Try to live a balanced life that allows the best parts of you to shine. If you find that your social activity is limited mostly to Facebook, then there may be some room to increase your visibility in the real world. On the other hand, if you are getting out but your evenings are being dominated by Hinge, Match, or Tinder dates, then you may not be allowing your whole self to thrive. These activities might fill the void of loneliness or boost your ego, but they may not allow you the space to grow into your complete self.
Try creating quality time with your friends and people who enrich your life. Instead of always being on the lookout for romantic partners, stay open to new friends. Meet Up groups, athletic leagues, activism, and religious or spiritual organizations are all great ways to meet people with mutual interests. If you can’t find a group that sparks your interest, then start one up yourself! Chances are, others will share the same interest. This can be especially helpful for people who have relocated and are living away from friends and family, or for anyone that finds their current social connections just aren’t meeting their needs.
People are often afraid to take the initiative. Be the one to extend the invite, throw the party, organize the outing, or even just make the reservation. Others will be glad to be a part of it. If this sounds like torture to you, for instance if you are shy or have social anxiety, the first step is to recognize your fear. With recognition, you can face your anxiety, and work towards eventually overcoming it. One helpful exercise is to objectively look at the various possible outcomes of any given action, rather than zeroing in on the worst possible outcome. Ask yourself, what is the probability, out of every possibility, that my negative prediction (i.e. I will end up rejected and humiliated) will come true?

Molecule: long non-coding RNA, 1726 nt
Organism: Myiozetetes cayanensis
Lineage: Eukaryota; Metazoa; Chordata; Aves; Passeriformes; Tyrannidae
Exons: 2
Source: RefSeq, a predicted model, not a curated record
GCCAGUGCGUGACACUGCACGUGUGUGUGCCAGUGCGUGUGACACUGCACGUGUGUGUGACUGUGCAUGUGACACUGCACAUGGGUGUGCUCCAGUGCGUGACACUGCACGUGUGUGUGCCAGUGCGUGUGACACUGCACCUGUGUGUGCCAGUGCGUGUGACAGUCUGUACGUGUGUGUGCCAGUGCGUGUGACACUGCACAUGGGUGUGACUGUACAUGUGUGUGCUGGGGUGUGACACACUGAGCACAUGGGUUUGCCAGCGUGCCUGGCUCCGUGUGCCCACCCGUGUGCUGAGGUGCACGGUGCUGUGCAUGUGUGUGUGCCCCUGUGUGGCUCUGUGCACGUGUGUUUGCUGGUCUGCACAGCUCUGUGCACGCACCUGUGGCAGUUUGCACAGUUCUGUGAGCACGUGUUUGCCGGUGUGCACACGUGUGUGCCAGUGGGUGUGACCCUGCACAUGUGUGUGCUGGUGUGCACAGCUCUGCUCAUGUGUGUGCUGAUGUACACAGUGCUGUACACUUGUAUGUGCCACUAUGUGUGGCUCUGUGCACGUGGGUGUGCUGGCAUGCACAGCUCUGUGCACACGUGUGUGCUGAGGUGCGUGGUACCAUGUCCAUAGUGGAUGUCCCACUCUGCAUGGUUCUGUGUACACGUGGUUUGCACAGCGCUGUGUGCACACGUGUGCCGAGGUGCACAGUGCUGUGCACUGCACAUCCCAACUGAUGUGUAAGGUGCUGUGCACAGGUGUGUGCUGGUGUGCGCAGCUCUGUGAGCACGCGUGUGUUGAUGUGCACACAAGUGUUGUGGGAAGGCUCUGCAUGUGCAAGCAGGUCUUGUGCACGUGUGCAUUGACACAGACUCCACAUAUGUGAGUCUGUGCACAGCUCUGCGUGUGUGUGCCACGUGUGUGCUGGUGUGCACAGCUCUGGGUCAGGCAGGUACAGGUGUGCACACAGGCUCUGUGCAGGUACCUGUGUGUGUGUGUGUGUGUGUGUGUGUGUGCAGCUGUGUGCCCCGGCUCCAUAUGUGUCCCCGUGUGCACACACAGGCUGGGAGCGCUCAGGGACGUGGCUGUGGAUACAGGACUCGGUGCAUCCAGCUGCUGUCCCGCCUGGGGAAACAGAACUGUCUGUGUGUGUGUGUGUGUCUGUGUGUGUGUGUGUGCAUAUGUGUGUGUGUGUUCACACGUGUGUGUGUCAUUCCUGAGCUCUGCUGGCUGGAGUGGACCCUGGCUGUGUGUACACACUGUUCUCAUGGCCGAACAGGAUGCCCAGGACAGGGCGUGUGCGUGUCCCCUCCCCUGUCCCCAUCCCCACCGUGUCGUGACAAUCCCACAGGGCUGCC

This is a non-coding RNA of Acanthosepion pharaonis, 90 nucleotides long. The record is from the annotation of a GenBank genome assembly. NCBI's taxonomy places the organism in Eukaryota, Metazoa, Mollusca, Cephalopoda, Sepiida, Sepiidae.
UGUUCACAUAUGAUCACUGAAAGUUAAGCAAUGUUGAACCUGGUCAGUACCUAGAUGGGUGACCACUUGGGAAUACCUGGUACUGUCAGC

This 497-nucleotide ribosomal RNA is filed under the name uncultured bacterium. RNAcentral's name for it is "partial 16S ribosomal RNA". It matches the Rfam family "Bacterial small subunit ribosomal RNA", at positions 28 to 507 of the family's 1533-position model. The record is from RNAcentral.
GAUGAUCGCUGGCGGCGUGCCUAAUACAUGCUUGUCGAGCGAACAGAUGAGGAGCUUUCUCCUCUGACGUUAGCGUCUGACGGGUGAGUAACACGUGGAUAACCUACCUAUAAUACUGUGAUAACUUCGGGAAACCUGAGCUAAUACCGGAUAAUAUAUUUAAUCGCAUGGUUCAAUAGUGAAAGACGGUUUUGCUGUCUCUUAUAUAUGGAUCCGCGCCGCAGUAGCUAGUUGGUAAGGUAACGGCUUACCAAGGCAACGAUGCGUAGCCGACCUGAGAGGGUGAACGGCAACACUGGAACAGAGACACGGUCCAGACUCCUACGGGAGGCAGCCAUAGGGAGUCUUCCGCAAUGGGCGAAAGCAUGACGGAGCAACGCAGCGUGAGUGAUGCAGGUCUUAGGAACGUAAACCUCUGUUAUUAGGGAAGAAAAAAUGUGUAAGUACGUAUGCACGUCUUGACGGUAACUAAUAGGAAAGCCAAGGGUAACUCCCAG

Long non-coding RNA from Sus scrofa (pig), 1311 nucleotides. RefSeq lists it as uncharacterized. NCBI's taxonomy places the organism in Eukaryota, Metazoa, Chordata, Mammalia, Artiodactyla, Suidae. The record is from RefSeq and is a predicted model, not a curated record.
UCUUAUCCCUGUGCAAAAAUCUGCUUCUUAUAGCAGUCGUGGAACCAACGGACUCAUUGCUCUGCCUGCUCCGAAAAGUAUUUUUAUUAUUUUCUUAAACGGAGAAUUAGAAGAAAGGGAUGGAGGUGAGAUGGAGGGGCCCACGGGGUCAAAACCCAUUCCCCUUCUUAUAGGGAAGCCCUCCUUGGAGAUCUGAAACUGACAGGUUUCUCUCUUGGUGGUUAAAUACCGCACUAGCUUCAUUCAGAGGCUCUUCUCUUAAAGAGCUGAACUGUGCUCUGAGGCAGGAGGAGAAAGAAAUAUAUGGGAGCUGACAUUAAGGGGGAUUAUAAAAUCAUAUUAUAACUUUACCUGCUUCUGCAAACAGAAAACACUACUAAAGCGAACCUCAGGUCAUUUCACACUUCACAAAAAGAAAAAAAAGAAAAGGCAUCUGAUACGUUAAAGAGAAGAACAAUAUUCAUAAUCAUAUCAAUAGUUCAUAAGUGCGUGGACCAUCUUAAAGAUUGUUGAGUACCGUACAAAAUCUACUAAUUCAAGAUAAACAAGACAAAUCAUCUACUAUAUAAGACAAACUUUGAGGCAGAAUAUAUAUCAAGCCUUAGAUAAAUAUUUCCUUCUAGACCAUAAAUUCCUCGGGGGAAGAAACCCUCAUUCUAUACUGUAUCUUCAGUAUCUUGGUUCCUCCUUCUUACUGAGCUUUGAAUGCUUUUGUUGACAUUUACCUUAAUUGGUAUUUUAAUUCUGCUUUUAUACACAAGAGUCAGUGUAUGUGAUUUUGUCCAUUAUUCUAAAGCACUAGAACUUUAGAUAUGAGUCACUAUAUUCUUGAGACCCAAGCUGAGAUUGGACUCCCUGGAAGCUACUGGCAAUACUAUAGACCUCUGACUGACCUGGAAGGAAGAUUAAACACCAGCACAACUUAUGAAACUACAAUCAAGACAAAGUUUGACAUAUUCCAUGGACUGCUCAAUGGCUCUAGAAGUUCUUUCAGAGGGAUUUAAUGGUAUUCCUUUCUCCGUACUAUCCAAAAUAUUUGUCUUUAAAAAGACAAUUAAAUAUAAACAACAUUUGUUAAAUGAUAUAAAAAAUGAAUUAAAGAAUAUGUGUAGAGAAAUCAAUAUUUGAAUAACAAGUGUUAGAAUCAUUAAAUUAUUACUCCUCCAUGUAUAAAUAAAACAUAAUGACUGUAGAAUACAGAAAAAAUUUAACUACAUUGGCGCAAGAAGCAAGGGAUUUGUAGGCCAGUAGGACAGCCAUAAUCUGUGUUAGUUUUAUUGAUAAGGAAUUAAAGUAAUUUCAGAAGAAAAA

A Note to Independent and Successful Women
Many women find that the higher they climb in their careers and the more secure and independent they are, the harder it is to find a suitable partner. This does not seem to be true for men. If you think this is the case for you, consider the fact that competent and secure men are attracted to powerful women, and are not afraid of being with someone who has more status, influence, or money than they have. Furthermore, pay attention to how your values and interests have changed over time. Chances are, you are giving insecure, weak men more power over you, and neglecting to see the ways that your values, passions, and interests have changed as a result of your growth, hard work, and success. Your options are more limited, but stay focused on quality over the quantity. It only takes one.
Kerrie Thompson, LCSW is a psychotherapist in FIDI Manhattan. Contact her here for a complimentary 15 minute consultation.